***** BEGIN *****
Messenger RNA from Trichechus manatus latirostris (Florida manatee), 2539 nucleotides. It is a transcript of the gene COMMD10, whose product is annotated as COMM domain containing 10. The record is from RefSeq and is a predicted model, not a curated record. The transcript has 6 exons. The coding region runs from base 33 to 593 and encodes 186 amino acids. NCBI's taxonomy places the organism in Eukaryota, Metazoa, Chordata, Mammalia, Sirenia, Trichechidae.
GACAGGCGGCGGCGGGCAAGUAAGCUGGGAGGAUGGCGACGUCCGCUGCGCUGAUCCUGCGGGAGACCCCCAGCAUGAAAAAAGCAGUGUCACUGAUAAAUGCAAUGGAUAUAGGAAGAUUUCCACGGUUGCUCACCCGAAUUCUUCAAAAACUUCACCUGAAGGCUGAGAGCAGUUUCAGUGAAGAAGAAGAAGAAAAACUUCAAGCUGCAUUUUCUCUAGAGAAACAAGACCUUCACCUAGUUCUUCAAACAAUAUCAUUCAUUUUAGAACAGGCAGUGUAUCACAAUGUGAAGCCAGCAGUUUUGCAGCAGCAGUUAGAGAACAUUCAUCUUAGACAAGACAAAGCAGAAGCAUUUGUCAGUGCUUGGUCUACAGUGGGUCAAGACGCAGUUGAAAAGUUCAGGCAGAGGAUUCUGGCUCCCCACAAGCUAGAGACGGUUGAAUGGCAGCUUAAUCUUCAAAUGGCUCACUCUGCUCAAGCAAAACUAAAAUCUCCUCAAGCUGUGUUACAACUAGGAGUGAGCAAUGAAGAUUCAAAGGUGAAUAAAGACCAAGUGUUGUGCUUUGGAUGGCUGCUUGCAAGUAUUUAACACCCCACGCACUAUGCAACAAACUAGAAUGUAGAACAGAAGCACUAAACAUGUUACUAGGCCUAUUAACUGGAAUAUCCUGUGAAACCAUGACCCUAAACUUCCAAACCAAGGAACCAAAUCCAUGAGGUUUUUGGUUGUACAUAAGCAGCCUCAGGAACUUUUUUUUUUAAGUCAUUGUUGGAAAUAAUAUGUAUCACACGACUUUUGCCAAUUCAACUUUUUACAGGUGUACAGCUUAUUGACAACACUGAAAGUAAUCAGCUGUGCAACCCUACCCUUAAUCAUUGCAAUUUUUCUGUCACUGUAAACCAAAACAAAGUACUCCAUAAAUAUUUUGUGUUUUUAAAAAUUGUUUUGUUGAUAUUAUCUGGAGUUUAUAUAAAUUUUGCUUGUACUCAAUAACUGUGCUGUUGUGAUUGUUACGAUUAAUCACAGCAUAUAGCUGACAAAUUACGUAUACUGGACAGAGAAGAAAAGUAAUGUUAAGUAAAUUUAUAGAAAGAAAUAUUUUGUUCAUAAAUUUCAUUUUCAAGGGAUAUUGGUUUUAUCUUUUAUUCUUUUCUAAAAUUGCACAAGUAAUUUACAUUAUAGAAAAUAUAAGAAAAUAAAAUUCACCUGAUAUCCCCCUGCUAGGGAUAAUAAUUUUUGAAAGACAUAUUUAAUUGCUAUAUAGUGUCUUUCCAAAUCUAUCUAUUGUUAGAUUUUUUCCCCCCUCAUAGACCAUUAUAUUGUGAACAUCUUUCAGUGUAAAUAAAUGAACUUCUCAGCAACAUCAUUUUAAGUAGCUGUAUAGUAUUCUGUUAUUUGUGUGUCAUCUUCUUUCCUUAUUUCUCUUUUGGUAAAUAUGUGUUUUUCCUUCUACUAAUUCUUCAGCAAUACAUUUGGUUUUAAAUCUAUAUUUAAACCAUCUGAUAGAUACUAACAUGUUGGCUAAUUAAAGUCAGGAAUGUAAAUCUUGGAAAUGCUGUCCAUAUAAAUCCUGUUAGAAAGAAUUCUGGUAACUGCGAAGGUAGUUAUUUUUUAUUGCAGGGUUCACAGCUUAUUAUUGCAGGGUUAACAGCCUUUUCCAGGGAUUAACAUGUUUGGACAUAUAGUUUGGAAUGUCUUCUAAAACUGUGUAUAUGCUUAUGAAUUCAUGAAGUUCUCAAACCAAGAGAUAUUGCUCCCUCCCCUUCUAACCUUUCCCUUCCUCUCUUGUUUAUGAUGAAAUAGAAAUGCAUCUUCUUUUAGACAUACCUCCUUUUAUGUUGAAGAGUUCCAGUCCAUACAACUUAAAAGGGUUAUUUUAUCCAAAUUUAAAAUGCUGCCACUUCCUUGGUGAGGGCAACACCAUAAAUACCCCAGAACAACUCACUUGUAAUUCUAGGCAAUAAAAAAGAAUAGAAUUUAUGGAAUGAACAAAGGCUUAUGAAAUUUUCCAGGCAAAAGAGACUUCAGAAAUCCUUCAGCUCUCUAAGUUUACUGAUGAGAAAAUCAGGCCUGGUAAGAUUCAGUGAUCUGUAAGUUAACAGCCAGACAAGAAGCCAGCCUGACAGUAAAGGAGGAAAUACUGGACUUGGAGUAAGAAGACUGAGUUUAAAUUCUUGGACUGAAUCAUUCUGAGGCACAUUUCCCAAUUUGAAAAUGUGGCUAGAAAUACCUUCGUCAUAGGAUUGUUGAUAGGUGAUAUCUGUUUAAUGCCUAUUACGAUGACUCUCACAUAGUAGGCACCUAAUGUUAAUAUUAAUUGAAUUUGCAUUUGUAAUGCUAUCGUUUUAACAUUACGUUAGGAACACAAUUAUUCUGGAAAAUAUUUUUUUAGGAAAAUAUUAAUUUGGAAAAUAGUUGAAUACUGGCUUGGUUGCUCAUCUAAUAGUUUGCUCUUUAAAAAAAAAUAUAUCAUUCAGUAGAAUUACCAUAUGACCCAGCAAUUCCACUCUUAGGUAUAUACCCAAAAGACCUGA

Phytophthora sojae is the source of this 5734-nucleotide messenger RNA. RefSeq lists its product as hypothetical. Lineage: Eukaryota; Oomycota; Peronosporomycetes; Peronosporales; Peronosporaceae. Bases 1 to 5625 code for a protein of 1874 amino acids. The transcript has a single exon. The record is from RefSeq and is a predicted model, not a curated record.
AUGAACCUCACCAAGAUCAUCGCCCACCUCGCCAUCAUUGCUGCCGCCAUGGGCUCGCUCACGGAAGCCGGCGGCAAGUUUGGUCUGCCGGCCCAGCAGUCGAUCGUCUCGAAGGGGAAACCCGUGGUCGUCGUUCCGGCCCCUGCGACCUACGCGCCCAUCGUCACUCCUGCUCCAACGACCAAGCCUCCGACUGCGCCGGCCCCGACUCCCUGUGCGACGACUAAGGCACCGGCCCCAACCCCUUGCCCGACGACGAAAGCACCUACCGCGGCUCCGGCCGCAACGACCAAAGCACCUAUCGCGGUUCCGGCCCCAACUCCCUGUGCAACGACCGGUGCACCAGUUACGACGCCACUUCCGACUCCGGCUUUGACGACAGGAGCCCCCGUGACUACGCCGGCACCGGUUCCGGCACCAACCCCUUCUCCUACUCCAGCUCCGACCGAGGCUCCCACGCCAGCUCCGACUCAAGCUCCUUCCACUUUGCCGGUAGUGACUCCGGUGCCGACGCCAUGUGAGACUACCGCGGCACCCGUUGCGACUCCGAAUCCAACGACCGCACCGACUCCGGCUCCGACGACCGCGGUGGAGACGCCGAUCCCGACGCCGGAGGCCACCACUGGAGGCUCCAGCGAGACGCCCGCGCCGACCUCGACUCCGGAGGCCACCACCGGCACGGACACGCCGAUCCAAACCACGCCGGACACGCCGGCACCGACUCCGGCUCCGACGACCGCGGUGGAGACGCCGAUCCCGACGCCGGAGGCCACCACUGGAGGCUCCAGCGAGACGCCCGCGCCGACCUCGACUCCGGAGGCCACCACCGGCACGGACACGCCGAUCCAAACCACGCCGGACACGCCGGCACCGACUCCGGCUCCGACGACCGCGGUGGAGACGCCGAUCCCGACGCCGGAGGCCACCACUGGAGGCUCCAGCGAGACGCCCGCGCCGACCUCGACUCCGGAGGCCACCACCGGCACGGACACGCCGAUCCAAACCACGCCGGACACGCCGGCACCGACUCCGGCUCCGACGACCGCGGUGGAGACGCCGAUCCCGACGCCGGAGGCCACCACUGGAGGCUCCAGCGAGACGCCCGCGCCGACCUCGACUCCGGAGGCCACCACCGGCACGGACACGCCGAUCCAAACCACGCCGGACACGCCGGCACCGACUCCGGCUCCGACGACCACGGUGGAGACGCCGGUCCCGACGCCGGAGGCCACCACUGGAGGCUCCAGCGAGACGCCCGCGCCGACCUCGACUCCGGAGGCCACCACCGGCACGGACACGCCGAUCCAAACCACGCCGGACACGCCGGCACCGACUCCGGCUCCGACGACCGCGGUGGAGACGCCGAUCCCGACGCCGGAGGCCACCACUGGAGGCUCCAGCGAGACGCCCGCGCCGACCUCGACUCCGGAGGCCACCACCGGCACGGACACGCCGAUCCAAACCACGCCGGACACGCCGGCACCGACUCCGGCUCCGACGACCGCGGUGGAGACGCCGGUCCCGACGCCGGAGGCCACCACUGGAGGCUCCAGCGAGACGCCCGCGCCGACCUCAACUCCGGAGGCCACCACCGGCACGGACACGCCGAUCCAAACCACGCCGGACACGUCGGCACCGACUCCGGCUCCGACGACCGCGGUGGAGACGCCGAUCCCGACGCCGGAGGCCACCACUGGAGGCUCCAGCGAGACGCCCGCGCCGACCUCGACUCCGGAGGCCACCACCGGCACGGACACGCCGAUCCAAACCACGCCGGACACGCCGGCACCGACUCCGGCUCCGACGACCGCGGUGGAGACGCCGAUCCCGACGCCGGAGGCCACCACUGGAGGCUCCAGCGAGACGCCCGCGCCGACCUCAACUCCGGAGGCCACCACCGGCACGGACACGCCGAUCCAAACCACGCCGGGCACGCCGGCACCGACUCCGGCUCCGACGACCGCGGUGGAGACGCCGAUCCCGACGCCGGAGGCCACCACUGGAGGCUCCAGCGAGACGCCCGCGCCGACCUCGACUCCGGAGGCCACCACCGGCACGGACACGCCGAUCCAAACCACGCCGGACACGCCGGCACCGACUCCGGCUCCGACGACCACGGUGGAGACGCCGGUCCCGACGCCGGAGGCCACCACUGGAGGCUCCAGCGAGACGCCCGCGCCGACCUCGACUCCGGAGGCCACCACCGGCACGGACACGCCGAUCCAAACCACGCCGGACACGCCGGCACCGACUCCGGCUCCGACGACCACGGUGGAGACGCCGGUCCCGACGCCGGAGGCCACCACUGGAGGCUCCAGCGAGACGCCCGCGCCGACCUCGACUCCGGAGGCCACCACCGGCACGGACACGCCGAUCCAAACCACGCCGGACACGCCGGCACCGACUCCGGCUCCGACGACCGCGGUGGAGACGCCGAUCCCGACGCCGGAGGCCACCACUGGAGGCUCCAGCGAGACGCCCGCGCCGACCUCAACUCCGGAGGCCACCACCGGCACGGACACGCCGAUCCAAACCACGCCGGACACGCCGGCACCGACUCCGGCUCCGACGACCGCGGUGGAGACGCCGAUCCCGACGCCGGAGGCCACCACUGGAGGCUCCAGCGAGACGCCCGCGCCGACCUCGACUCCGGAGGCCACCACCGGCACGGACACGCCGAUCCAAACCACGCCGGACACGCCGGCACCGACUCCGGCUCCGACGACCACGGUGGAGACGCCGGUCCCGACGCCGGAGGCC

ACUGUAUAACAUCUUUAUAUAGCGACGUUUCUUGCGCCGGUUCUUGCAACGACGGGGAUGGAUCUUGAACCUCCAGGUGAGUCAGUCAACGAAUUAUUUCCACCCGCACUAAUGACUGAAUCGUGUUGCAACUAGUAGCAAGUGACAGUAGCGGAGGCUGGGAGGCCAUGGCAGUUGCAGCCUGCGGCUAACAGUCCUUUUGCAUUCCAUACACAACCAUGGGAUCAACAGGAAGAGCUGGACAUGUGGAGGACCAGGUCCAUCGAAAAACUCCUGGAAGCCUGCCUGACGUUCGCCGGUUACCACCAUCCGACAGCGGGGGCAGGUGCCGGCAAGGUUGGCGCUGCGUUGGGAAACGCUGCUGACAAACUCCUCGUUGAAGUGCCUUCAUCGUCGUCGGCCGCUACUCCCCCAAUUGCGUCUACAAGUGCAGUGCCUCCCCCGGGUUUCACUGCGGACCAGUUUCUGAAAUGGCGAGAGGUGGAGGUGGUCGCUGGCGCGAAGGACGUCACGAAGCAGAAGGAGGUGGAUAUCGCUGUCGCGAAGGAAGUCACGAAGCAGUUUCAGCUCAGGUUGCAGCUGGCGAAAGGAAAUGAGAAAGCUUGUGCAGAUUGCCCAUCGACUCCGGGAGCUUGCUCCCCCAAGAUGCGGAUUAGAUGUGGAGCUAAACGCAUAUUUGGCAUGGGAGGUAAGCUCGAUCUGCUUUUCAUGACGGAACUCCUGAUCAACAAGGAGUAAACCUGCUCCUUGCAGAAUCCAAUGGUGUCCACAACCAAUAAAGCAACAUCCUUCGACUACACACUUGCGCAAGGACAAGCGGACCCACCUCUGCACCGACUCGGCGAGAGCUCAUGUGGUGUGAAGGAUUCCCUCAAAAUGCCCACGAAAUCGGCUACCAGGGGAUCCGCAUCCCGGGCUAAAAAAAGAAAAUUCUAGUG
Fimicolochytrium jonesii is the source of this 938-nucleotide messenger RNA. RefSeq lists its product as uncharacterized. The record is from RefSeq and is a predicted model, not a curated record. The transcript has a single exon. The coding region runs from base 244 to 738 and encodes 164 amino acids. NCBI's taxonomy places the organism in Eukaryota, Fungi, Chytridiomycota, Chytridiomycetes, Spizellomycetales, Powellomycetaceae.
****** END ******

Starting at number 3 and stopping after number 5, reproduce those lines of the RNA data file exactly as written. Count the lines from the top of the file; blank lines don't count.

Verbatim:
Phytophthora sojae is the source of this 5734-nucleotide messenger RNA. RefSeq lists its product as hypothetical. Lineage: Eukaryota; Oomycota; Peronosporomycetes; Peronosporales; Peronosporaceae. Bases 1 to 5625 code for a protein of 1874 amino acids. The transcript has a single exon. The record is from RefSeq and is a predicted model, not a curated record.
AUGAACCUCACCAAGAUCAUCGCCCACCUCGCCAUCAUUGCUGCCGCCAUGGGCUCGCUCACGGAAGCCGGCGGCAAGUUUGGUCUGCCGGCCCAGCAGUCGAUCGUCUCGAAGGGGAAACCCGUGGUCGUCGUUCCGGCCCCUGCGACCUACGCGCCCAUCGUCACUCCUGCUCCAACGACCAAGCCUCCGACUGCGCCGGCCCCGACUCCCUGUGCGACGACUAAGGCACCGGCCCCAACCCCUUGCCCGACGACGAAAGCACCUACCGCGGCUCCGGCCGCAACGACCAAAGCACCUAUCGCGGUUCCGGCCCCAACUCCCUGUGCAACGACCGGUGCACCAGUUACGACGCCACUUCCGACUCCGGCUUUGACGACAGGAGCCCCCGUGACUACGCCGGCACCGGUUCCGGCACCAACCCCUUCUCCUACUCCAGCUCCGACCGAGGCUCCCACGCCAGCUCCGACUCAAGCUCCUUCCACUUUGCCGGUAGUGACUCCGGUGCCGACGCCAUGUGAGACUACCGCGGCACCCGUUGCGACUCCGAAUCCAACGACCGCACCGACUCCGGCUCCGACGACCGCGGUGGAGACGCCGAUCCCGACGCCGGAGGCCACCACUGGAGGCUCCAGCGAGACGCCCGCGCCGACCUCGACUCCGGAGGCCACCACCGGCACGGACACGCCGAUCCAAACCACGCCGGACACGCCGGCACCGACUCCGGCUCCGACGACCGCGGUGGAGACGCCGAUCCCGACGCCGGAGGCCACCACUGGAGGCUCCAGCGAGACGCCCGCGCCGACCUCGACUCCGGAGGCCACCACCGGCACGGACACGCCGAUCCAAACCACGCCGGACACGCCGGCACCGACUCCGGCUCCGACGACCGCGGUGGAGACGCCGAUCCCGACGCCGGAGGCCACCACUGGAGGCUCCAGCGAGACGCCCGCGCCGACCUCGACUCCGGAGGCCACCACCGGCACGGACACGCCGAUCCAAACCACGCCGGACACGCCGGCACCGACUCCGGCUCCGACGACCGCGGUGGAGACGCCGAUCCCGACGCCGGAGGCCACCACUGGAGGCUCCAGCGAGACGCCCGCGCCGACCUCGACUCCGGAGGCCACCACCGGCACGGACACGCCGAUCCAAACCACGCCGGACACGCCGGCACCGACUCCGGCUCCGACGACCACGGUGGAGACGCCGGUCCCGACGCCGGAGGCCACCACUGGAGGCUCCAGCGAGACGCCCGCGCCGACCUCGACUCCGGAGGCCACCACCGGCACGGACACGCCGAUCCAAACCACGCCGGACACGCCGGCACCGACUCCGGCUCCGACGACCGCGGUGGAGACGCCGAUCCCGACGCCGGAGGCCACCACUGGAGGCUCCAGCGAGACGCCCGCGCCGACCUCGACUCCGGAGGCCACCACCGGCACGGACACGCCGAUCCAAACCACGCCGGACACGCCGGCACCGACUCCGGCUCCGACGACCGCGGUGGAGACGCCGGUCCCGACGCCGGAGGCCACCACUGGAGGCUCCAGCGAGACGCCCGCGCCGACCUCAACUCCGGAGGCCACCACCGGCACGGACACGCCGAUCCAAACCACGCCGGACACGUCGGCACCGACUCCGGCUCCGACGACCGCGGUGGAGACGCCGAUCCCGACGCCGGAGGCCACCACUGGAGGCUCCAGCGAGACGCCCGCGCCGACCUCGACUCCGGAGGCCACCACCGGCACGGACACGCCGAUCCAAACCACGCCGGACACGCCGGCACCGACUCCGGCUCCGACGACCGCGGUGGAGACGCCGAUCCCGACGCCGGAGGCCACCACUGGAGGCUCCAGCGAGACGCCCGCGCCGACCUCAACUCCGGAGGCCACCACCGGCACGGACACGCCGAUCCAAACCACGCCGGGCACGCCGGCACCGACUCCGGCUCCGACGACCGCGGUGGAGACGCCGAUCCCGACGCCGGAGGCCACCACUGGAGGCUCCAGCGAGACGCCCGCGCCGACCUCGACUCCGGAGGCCACCACCGGCACGGACACGCCGAUCCAAACCACGCCGGACACGCCGGCACCGACUCCGGCUCCGACGACCACGGUGGAGACGCCGGUCCCGACGCCGGAGGCCACCACUGGAGGCUCCAGCGAGACGCCCGCGCCGACCUCGACUCCGGAGGCCACCACCGGCACGGACACGCCGAUCCAAACCACGCCGGACACGCCGGCACCGACUCCGGCUCCGACGACCACGGUGGAGACGCCGGUCCCGACGCCGGAGGCCACCACUGGAGGCUCCAGCGAGACGCCCGCGCCGACCUCGACUCCGGAGGCCACCACCGGCACGGACACGCCGAUCCAAACCACGCCGGACACGCCGGCACCGACUCCGGCUCCGACGACCGCGGUGGAGACGCCGAUCCCGACGCCGGAGGCCACCACUGGAGGCUCCAGCGAGACGCCCGCGCCGACCUCAACUCCGGAGGCCACCACCGGCACGGACACGCCGAUCCAAACCACGCCGGACACGCCGGCACCGACUCCGGCUCCGACGACCGCGGUGGAGACGCCGAUCCCGACGCCGGAGGCCACCACUGGAGGCUCCAGCGAGACGCCCGCGCCGACCUCGACUCCGGAGGCCACCACCGGCACGGACACGCCGAUCCAAACCACGCCGGACACGCCGGCACCGACUCCGGCUCCGACGACCACGGUGGAGACGCCGGUCCCGACGCCGGAGGCC

ACUGUAUAACAUCUUUAUAUAGCGACGUUUCUUGCGCCGGUUCUUGCAACGACGGGGAUGGAUCUUGAACCUCCAGGUGAGUCAGUCAACGAAUUAUUUCCACCCGCACUAAUGACUGAAUCGUGUUGCAACUAGUAGCAAGUGACAGUAGCGGAGGCUGGGAGGCCAUGGCAGUUGCAGCCUGCGGCUAACAGUCCUUUUGCAUUCCAUACACAACCAUGGGAUCAACAGGAAGAGCUGGACAUGUGGAGGACCAGGUCCAUCGAAAAACUCCUGGAAGCCUGCCUGACGUUCGCCGGUUACCACCAUCCGACAGCGGGGGCAGGUGCCGGCAAGGUUGGCGCUGCGUUGGGAAACGCUGCUGACAAACUCCUCGUUGAAGUGCCUUCAUCGUCGUCGGCCGCUACUCCCCCAAUUGCGUCUACAAGUGCAGUGCCUCCCCCGGGUUUCACUGCGGACCAGUUUCUGAAAUGGCGAGAGGUGGAGGUGGUCGCUGGCGCGAAGGACGUCACGAAGCAGAAGGAGGUGGAUAUCGCUGUCGCGAAGGAAGUCACGAAGCAGUUUCAGCUCAGGUUGCAGCUGGCGAAAGGAAAUGAGAAAGCUUGUGCAGAUUGCCCAUCGACUCCGGGAGCUUGCUCCCCCAAGAUGCGGAUUAGAUGUGGAGCUAAACGCAUAUUUGGCAUGGGAGGUAAGCUCGAUCUGCUUUUCAUGACGGAACUCCUGAUCAACAAGGAGUAAACCUGCUCCUUGCAGAAUCCAAUGGUGUCCACAACCAAUAAAGCAACAUCCUUCGACUACACACUUGCGCAAGGACAAGCGGACCCACCUCUGCACCGACUCGGCGAGAGCUCAUGUGGUGUGAAGGAUUCCCUCAAAAUGCCCACGAAAUCGGCUACCAGGGGAUCCGCAUCCCGGGCUAAAAAAAGAAAAUUCUAGUG